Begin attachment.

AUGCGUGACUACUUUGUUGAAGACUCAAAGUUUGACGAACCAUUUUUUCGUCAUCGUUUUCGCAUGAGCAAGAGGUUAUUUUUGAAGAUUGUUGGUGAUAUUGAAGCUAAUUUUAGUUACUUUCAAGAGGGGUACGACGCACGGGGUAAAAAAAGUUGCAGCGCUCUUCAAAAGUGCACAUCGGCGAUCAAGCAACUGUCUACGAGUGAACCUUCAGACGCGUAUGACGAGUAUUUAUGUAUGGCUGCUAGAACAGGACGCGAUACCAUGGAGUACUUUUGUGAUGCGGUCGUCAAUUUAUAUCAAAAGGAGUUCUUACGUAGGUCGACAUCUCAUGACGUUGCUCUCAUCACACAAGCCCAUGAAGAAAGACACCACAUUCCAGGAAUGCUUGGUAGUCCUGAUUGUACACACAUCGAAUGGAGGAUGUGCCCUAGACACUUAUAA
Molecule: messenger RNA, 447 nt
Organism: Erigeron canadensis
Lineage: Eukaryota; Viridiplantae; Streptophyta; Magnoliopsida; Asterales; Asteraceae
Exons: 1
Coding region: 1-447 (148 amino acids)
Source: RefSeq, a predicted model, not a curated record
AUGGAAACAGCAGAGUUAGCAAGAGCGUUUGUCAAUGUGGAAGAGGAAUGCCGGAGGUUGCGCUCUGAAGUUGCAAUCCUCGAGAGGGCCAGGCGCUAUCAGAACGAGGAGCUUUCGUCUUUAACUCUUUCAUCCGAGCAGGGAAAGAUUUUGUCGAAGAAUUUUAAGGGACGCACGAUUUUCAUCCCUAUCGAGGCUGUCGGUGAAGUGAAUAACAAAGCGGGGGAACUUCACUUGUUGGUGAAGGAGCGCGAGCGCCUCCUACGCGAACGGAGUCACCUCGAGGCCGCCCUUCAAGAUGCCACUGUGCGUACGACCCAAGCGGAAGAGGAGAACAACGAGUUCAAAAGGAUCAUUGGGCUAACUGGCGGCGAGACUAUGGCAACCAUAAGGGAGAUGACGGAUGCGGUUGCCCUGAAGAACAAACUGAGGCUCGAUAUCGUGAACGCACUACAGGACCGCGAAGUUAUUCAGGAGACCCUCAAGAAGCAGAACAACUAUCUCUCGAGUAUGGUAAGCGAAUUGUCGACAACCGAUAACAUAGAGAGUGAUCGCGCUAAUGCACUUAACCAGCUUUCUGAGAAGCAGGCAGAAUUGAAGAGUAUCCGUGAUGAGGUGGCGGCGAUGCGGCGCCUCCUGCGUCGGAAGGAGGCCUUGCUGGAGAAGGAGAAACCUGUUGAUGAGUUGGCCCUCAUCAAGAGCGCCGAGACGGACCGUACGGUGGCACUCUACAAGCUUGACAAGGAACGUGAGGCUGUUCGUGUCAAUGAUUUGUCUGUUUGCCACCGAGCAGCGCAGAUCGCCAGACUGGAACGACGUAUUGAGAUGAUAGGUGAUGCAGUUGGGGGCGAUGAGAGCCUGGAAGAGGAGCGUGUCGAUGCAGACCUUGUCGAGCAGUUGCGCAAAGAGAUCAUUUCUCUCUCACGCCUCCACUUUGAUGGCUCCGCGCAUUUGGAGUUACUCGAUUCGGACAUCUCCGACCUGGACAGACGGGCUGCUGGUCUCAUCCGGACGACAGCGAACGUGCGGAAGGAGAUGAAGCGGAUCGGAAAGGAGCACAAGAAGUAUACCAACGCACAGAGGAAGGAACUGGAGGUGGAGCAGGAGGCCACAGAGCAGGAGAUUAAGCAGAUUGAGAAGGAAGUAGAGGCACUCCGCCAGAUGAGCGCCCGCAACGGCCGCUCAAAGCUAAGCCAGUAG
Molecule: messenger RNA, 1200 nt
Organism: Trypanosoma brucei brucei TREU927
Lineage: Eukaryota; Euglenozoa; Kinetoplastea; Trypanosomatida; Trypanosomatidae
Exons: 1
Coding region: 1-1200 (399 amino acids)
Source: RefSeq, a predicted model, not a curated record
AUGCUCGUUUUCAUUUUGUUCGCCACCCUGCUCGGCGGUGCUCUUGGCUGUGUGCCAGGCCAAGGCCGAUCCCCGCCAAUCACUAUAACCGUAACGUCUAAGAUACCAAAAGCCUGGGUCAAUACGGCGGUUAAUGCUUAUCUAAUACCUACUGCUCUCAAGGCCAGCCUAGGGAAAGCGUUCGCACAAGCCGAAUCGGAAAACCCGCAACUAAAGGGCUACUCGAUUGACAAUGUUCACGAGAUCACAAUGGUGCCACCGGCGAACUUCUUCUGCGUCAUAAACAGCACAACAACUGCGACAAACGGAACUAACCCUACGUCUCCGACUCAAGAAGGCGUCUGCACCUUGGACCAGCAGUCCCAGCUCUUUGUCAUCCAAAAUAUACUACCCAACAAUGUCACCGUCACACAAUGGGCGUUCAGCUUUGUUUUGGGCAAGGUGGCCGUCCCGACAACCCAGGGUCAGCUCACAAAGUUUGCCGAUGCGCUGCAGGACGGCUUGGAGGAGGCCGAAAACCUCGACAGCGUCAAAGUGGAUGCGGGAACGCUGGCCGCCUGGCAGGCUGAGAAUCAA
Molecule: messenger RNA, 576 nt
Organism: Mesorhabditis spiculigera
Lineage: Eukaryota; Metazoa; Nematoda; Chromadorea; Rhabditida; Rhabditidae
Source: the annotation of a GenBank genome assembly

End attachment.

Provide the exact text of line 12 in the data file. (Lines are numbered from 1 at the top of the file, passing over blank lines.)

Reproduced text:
Exons: 1